“Life isn’t easy. Most people drink to forget, or drive for hours trying to get away from what they can’t let go of or leave behind. Work takes it out of you. Love falls short or destroys you. Disappointments stack up. But still you have to keep going, and how you do that says everything about the man that you are.”Aaron F. Lewis
While northern Arkansas was under a “Winter Storm Warning” on this Saturday morning. the Pacific Coast was looking at a “Tsunami Watch.” Add one more reason that Deb and I are glad to be here (and not there).
I caught myself cheering for the tsunami. I’m not sure, but I think that makes me a bad person.
Thanks to Deb, I got to sleep in today. She brought me coffee in bed. Once I was up and about she fixed me a bowl of hot oatmeal, which I topped with something we brought back from Montana — huckleberry honey, made in Missoula and purchased in Polson.
Yes, I’m a fortunate man. And no, I never tire of huckleberries.
Snow started falling here around 8am, four hours earlier than predicted. Temps will flirt with the freezing mark throughout the day, which means that whatever falls will be wet and heavy. By noon we had about two inches on the ground and it was still comin’ down.
Mid-morning Deb’s cousin sent a photo from The Mountain. Our Ranger, covered to shed the weather, was draped in a blanket of snow. All of the trees were traced in white. That visual has us wanting to drive Mercy over there tomorrow to see it in person before the snow melts.
Our hosts are using a tractor to plow the campground roads, a compact John Deere equipped with a front-end loader. Obviously it’s not a job they have to do very often, but they’re getting it done efficiently.
Late this afternoon we bundled up, leashed the pups and walked up to the campground’s dog park. Scout has always loved the snow, while Dipstick would just as soon stay indoors ’til spring. Today both seemed to enjoy their romp, and so did we.
By the time the sun went down we had over six inches on the ground. It was still snowing steadily, too, and it isn’t expected to stop ’til after midnight — six more hours. That should make for a pretty cool scene come morning.
Our evening meal? Tomato soup and grilled-cheese sandwiches. Perfection.
So here we are in our motorhome, in the middle of a winter storm. This isn’t like last January, when we could look out the windows of Second Chance Ranch at a snow-covered bus — this time we’re living in Ernie, riding it out, monitoring the systems and managing our supplies.
And we’re having the time of our lives. We’re right where we belong.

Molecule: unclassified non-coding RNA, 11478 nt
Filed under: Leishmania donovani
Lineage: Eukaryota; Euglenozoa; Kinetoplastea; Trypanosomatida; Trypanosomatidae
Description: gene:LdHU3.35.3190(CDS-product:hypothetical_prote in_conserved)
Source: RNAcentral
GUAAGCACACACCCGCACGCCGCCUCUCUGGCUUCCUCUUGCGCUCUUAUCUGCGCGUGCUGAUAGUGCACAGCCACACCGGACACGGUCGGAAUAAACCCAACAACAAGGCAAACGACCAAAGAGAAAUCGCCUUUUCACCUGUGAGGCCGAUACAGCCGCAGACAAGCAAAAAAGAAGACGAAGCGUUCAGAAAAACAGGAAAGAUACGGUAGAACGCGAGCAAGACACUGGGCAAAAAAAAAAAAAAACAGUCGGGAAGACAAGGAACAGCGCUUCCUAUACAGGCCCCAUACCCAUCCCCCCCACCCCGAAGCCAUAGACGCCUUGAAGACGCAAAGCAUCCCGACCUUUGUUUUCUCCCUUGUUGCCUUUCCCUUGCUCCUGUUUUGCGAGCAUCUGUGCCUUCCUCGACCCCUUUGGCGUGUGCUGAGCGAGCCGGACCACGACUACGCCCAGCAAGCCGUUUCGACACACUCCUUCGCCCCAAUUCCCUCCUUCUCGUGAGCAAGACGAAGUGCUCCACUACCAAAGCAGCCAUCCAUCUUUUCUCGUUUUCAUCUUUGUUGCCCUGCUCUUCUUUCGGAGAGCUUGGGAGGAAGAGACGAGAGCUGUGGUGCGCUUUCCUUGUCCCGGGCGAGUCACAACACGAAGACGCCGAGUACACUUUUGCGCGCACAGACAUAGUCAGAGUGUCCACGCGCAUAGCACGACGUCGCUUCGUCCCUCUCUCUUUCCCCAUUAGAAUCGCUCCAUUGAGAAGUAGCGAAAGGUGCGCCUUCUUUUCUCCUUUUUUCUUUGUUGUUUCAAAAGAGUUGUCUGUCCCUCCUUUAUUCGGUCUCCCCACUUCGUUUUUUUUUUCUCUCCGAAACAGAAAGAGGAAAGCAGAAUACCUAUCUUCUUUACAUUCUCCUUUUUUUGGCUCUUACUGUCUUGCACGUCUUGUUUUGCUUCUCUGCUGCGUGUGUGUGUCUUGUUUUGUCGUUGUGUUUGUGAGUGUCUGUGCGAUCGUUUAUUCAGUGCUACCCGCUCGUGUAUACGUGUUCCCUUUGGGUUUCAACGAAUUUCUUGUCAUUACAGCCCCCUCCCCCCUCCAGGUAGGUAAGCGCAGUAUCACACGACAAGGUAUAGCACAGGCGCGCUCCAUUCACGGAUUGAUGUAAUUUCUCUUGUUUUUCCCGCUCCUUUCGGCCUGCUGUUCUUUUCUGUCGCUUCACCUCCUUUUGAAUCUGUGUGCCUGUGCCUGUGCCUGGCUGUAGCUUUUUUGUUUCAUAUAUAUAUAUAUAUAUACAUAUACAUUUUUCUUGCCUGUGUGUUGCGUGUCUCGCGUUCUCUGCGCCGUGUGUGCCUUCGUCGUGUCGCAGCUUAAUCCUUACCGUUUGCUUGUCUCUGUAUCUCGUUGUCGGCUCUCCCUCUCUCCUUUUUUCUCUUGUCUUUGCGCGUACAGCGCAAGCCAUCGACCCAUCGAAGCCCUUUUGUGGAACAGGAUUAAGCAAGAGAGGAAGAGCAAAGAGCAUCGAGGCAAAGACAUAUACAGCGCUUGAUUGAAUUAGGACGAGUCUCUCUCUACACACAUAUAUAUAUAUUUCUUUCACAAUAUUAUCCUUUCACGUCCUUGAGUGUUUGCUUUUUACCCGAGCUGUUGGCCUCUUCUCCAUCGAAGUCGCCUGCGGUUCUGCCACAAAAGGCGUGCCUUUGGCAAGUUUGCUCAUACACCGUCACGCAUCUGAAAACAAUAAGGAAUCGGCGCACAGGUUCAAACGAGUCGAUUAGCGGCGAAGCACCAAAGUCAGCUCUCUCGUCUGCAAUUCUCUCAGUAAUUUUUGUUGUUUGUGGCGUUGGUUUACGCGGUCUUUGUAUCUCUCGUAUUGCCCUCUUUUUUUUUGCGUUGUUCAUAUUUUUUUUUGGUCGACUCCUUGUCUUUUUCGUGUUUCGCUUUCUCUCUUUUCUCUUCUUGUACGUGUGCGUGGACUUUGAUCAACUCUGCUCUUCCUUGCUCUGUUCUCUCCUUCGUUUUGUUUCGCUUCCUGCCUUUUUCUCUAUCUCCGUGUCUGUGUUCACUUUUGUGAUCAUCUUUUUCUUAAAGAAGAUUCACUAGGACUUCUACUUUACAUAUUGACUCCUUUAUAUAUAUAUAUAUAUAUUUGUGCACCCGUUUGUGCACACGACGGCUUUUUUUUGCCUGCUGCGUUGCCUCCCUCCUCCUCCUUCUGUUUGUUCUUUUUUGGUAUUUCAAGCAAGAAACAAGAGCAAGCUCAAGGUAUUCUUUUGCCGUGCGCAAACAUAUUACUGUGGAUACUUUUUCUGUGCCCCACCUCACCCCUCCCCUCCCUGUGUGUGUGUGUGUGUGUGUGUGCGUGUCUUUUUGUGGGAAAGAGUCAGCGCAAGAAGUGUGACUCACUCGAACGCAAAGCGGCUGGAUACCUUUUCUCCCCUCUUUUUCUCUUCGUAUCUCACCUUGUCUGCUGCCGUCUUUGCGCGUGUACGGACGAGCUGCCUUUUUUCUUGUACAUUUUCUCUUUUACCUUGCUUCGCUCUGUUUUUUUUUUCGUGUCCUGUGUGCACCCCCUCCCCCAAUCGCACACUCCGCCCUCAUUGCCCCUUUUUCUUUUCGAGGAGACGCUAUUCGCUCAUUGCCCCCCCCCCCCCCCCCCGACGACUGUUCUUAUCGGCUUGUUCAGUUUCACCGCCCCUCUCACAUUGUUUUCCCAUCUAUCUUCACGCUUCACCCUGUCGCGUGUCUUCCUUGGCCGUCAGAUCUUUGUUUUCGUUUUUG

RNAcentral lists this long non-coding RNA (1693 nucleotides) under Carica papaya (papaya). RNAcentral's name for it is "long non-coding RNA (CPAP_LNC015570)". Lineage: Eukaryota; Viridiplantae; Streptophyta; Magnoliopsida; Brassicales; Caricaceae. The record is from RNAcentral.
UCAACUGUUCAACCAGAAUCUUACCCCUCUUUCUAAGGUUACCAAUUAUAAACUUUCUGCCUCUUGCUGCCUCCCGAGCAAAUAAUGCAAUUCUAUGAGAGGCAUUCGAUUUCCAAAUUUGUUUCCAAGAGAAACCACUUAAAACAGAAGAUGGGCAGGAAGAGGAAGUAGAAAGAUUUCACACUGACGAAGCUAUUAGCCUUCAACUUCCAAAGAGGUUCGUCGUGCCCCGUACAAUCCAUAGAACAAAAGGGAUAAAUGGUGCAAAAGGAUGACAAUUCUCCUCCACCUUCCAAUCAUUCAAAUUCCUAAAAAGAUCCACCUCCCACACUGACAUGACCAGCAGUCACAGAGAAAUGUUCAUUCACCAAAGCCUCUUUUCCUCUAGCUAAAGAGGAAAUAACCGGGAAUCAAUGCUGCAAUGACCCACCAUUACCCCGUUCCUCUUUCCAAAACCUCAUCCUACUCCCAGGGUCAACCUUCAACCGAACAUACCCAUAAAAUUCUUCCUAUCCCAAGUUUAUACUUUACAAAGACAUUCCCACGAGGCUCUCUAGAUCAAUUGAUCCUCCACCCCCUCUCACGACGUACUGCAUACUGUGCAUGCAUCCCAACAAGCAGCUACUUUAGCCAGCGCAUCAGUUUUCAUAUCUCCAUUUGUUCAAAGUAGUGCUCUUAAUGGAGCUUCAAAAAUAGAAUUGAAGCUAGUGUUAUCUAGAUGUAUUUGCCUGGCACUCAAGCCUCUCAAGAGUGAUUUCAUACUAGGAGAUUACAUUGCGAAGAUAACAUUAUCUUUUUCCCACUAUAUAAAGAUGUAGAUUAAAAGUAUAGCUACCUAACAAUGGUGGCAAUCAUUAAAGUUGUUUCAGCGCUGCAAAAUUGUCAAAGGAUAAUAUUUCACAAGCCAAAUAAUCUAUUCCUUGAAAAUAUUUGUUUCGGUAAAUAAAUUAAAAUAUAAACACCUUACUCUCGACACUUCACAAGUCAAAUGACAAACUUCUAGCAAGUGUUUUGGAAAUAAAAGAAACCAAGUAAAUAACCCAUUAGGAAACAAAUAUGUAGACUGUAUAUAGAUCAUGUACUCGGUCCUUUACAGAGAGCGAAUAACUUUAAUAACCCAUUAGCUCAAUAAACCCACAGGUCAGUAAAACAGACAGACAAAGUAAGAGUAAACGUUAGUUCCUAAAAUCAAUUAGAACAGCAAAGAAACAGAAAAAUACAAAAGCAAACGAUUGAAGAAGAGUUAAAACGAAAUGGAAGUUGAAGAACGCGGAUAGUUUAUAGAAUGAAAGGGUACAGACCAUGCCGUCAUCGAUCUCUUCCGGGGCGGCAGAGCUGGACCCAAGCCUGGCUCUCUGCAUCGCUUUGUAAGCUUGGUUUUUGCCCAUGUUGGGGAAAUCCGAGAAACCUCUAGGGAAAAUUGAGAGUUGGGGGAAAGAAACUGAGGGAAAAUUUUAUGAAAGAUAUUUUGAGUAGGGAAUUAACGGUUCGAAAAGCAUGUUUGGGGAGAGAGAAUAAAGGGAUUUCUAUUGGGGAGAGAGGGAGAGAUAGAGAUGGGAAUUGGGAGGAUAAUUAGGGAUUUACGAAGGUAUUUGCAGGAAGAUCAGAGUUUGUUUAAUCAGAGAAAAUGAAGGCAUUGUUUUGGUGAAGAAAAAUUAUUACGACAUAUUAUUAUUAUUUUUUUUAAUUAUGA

It dawned on me yesterday that I owe readers of Ubi Libertas Blog an update on my friend who was hospitalized with severe WuFlu. I’m happy to report that after 44 days, most of it in ICU, on Thursday he was discharged and returned home.
He has a long convalescence ahead of him. His lungs suffered considerable damage and he lost much of his voluntary-muscle strength, so he’ll be relying on supplemental oxygen and a walker for a while. But he survived and he’s home, and that’s the most important thing.
He would want you to know that he’s grateful for your thoughts and prayers.
The other day a high-school classmate of mine sent me a clip from our eighth-grade yearbook, a photo of the basketball team. It was the 1970-71 school year and I’m in the picture, on the left end of the front row.
I’m seated with the managers — I tried out that year but didn’t make the team. I asked the coach if I could be a manager so I could still be around the sport and the guys. He granted my request, making me the tallest ball boy in the league.
On the right end of the back row is a friend who also didn’t make the team, the last player cut. When one of the boys who’d made the squad up and quit, the coach asked my friend to consider coming back, and he did.
Fast-forward four years. Only three or four of us in that eighth-grade photo earned a spot on the varsity roster our senior year. My friend who’d been cut and reinstated started at forward and was a team captain. I was the starting center — mostly because I could jump (pictured) and the coach wanted me in there for the opening tip-off.
It can be excruciating, especially as a kid, to walk up to a wall, look at a list of names and not see yours on it. I know that feeling all too well. But it’s not the end.
If you’re told that you’re not good enough, make yourself better. If you want something, go get it. Stay in the game. Keep at it. Don’t quit.
There may come a time, of course, when we must face the reality that we’re just not cut out for a particular thing. A sport. A profession. A relationship.
None of the boys on that eighth-grade team, or on the varsity, had a promising future in college basketball. All of us found other things to do, other rabbits to chase. Life went on.
The lessons stayed with us. Go back to that Aaron Lewis quote at the top of this post:
“…you have to keep going, and how you do that says everything about the man that you are.“
Take care of yourselves, Patriots. Stay calm. Stay sharp. Stay free.